Guus Hiddink has reiterated his commitment to leading Russia to the 2010 FIFA World Cup South Africa™ and insisted he will not be staying at Chelsea beyond the end of this season. He has revived hopes of silverware at Stamford Bridge this term with an impressive unbeaten start to his stint as temporary manager, a role he is combining with his commitments to Russia.
Petr Cech and Michael Ballack, two of the senior stars said to have grown disillusioned under Hiddink's predecessor Luiz Felipe Scolari, both said earlier this week that they would be delighted to see the Dutchman installed on a permanent basis.
But Hiddink insists he will not be swayed by them. "They might change their minds about me when I put them on the bench or not even in the squad," he quipped. Hiddink has succeeding in raising the performances of some of Chelsea's big-hitters, most notably Didier Drogba, and he admitted he was delighted with the response he has had from the dressing room.
"I have been very happy not just with the regular starters but with all the other players, who I've been watching and observing. Everyone is committed," he said. "But I made it very clear a few weeks ago - and again recently - what the future will be after May 30th. I don't have to do that again."
Hiddink's side take on Manchester City on Sunday with the stakes due to be set by the outcome of Liverpool's meeting with Manchester United 24 hours earlier. If Liverpool win, Chelsea will be able to move to within four points of leaders United, albeit having played a game more. Hiddink continues to insist the title is United's to lose and he does not anticipate too much change in the established order of English football in the next season or two, despite the new-found wealth of Sunday's visitors.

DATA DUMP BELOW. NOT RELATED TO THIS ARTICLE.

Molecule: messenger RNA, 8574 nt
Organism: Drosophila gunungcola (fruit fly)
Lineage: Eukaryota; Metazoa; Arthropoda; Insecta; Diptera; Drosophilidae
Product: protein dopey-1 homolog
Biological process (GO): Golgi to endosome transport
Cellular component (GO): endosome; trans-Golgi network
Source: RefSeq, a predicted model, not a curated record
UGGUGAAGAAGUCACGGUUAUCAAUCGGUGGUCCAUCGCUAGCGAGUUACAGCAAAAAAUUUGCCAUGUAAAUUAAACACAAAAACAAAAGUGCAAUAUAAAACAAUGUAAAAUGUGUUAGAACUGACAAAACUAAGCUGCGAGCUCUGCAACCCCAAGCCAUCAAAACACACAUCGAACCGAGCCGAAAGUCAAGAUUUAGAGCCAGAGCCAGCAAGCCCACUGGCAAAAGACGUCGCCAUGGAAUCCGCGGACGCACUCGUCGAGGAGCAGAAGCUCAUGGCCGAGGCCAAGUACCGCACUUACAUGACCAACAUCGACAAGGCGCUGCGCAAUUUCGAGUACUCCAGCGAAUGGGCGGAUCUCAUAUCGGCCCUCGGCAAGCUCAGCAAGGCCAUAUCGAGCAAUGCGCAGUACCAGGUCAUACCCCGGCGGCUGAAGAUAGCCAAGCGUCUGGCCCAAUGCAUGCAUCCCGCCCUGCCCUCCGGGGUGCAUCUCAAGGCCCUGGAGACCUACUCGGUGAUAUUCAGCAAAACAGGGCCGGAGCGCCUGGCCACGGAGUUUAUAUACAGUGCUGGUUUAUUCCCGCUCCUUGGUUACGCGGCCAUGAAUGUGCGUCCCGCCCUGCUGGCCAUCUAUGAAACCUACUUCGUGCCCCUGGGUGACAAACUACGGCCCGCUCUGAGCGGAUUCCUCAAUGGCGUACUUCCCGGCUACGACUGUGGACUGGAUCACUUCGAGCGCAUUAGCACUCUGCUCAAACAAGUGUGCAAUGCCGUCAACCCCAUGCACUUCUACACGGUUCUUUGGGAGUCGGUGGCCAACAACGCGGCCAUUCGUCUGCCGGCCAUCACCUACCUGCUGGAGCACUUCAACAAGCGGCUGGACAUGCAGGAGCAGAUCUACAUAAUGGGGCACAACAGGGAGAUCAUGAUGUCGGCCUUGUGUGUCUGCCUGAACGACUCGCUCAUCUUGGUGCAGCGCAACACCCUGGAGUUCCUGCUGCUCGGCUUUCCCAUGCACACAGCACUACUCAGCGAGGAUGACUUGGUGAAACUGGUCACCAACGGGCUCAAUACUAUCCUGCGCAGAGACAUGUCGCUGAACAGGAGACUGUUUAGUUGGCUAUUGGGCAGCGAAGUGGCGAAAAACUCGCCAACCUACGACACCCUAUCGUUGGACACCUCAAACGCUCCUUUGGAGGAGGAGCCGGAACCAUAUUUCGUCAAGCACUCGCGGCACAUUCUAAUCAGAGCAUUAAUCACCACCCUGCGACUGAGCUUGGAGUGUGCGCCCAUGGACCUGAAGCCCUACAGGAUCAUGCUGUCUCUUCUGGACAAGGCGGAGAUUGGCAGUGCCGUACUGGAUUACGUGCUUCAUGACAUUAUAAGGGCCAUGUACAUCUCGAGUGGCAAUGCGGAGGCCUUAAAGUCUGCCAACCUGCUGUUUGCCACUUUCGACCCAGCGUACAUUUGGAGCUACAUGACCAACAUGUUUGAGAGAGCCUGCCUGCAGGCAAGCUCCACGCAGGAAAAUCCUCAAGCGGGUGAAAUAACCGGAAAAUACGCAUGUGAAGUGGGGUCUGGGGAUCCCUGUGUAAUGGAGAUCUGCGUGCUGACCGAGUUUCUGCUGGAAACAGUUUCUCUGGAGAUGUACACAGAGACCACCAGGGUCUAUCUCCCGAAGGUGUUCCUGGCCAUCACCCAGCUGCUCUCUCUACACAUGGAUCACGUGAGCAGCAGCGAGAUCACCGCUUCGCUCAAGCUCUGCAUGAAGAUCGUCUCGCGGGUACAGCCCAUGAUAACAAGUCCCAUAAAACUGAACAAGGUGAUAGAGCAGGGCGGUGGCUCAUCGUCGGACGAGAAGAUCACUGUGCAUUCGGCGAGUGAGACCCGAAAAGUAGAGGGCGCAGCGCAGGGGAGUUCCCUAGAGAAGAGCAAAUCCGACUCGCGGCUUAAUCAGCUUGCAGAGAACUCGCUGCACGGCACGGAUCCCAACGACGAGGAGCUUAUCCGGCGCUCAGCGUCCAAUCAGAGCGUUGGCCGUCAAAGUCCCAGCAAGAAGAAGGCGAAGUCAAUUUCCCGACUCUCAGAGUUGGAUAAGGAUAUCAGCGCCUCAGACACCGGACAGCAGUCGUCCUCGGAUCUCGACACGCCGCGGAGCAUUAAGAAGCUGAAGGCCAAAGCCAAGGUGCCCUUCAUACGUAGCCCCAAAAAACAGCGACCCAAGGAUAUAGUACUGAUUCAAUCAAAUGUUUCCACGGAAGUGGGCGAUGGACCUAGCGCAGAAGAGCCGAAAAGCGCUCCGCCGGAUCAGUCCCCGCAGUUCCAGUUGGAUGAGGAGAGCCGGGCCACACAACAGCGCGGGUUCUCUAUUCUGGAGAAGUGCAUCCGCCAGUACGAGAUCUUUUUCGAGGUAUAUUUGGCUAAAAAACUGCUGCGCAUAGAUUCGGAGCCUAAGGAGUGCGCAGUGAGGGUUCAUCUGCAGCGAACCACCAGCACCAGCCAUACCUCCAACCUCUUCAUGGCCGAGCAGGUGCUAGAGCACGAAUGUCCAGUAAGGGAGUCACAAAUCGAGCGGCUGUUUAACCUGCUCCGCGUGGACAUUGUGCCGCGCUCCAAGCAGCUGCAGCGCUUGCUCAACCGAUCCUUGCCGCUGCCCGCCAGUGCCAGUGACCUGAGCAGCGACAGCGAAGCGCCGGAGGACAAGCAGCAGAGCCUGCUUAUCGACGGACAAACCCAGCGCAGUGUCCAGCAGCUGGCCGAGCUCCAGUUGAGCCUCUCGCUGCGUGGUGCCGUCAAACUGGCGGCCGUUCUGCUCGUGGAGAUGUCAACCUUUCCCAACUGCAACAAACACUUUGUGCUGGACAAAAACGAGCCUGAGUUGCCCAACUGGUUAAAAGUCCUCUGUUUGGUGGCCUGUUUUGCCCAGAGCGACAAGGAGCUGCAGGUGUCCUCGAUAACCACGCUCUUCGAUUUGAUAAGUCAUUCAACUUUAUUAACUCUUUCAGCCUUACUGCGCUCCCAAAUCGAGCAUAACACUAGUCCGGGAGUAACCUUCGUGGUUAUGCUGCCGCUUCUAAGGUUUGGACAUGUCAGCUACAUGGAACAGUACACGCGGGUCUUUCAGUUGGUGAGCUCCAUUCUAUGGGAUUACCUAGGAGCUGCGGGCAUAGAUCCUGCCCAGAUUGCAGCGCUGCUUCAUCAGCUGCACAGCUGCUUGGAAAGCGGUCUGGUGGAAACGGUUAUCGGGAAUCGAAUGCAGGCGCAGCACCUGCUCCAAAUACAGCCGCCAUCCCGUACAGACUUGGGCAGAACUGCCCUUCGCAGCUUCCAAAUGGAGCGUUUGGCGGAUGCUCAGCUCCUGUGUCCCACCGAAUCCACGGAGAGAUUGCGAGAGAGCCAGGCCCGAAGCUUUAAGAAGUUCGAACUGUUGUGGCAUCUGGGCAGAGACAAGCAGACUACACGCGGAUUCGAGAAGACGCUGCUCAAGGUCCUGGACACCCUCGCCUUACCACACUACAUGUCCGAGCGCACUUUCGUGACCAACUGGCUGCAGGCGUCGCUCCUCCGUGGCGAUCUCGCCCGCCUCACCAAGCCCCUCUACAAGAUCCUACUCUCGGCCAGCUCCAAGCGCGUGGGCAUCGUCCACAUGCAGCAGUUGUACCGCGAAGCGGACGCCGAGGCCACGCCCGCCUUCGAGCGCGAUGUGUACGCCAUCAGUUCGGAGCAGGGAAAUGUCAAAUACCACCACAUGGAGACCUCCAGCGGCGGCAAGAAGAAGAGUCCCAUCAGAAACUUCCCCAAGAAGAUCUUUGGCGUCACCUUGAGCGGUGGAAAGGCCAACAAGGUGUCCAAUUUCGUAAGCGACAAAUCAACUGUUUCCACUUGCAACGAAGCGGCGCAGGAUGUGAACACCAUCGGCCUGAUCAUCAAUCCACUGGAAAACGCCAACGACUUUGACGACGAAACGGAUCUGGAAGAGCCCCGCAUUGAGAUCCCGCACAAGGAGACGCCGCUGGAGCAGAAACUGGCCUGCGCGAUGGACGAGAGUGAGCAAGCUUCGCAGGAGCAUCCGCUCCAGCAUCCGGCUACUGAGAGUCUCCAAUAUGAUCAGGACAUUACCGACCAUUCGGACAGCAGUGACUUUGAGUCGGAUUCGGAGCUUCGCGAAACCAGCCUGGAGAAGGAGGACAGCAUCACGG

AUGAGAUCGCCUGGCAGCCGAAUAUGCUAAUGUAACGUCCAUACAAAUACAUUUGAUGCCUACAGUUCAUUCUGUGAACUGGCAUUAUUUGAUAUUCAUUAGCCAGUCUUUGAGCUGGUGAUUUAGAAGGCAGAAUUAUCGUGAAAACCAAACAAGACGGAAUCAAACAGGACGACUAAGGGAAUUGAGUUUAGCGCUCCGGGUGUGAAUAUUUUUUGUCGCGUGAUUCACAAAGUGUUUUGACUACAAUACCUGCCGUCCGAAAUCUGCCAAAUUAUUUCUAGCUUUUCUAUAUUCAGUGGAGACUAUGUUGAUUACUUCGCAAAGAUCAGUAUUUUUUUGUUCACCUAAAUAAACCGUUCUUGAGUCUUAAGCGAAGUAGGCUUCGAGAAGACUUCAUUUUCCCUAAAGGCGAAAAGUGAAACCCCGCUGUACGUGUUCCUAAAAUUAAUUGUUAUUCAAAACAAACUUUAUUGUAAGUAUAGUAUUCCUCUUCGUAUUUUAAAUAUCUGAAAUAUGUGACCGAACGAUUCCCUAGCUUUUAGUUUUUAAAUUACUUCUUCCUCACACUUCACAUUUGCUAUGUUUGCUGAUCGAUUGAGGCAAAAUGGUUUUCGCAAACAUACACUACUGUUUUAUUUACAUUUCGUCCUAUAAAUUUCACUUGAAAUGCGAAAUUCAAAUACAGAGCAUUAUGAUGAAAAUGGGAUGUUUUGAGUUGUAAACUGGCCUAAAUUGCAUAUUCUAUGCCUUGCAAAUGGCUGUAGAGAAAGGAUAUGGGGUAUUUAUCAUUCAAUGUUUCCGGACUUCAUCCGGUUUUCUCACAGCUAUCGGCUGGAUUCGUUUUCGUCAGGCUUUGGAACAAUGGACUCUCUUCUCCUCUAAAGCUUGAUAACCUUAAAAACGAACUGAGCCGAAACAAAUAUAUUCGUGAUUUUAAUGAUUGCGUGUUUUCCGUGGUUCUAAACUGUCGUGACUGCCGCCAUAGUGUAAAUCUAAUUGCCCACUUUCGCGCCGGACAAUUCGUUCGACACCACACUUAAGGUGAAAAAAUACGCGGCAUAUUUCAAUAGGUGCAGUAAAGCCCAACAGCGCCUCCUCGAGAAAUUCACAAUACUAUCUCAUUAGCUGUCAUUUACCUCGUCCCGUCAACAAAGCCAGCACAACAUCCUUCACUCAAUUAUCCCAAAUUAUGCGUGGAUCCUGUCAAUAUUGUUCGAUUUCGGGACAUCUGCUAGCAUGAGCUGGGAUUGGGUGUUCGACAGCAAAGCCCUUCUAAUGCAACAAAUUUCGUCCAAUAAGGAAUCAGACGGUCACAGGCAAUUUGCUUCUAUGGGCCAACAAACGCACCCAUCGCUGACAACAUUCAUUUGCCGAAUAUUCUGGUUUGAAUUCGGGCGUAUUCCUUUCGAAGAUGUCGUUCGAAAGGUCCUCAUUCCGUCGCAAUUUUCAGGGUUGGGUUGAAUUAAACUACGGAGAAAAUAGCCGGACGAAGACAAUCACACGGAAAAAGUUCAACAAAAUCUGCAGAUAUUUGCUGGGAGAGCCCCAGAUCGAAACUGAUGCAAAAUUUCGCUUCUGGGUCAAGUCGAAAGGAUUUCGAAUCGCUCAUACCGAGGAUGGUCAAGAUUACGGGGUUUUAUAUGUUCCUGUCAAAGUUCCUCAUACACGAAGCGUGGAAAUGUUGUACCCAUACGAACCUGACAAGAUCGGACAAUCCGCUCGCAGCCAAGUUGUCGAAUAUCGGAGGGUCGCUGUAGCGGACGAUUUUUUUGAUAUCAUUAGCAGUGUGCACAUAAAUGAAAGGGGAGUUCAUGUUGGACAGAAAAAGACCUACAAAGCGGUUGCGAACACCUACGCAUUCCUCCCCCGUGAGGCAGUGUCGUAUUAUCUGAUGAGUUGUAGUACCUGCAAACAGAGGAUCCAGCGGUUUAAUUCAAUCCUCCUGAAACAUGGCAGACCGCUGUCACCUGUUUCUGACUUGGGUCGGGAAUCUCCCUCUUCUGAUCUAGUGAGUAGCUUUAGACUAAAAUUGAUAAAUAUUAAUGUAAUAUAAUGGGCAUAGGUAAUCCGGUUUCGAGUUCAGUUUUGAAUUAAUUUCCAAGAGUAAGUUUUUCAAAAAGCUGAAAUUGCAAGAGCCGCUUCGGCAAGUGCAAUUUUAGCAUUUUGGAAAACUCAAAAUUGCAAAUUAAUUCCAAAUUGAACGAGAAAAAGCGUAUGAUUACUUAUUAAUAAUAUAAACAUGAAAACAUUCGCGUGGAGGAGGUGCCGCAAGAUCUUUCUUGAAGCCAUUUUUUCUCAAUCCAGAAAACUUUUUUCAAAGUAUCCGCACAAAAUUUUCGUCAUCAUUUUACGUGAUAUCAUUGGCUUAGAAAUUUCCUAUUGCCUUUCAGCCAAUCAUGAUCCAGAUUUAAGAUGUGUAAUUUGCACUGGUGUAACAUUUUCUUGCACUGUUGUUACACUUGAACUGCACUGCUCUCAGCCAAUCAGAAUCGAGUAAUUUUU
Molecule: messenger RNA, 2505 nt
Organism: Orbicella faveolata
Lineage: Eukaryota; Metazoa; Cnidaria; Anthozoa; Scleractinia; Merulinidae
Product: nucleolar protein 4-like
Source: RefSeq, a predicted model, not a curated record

"It can happen, nothing is impossible in this country, especially when you have the finances," he said. "But there are also the clubs with history, who have played as champions and fought for championships. They have the advantage of their history and the experience of being on top of everyone, if not every year then for a lot of them. This experience is very valuable for the big clubs.
"It's not easy to come between those teams if they are well managed," he added. "If they continue as they have for the last few years it will be difficult to come in, but it's always good to have more competition for the title. It's not always a matter of money to make a team. You have to be very careful about positions and the balance of your squad. It is not simply because of money that you have success as a team."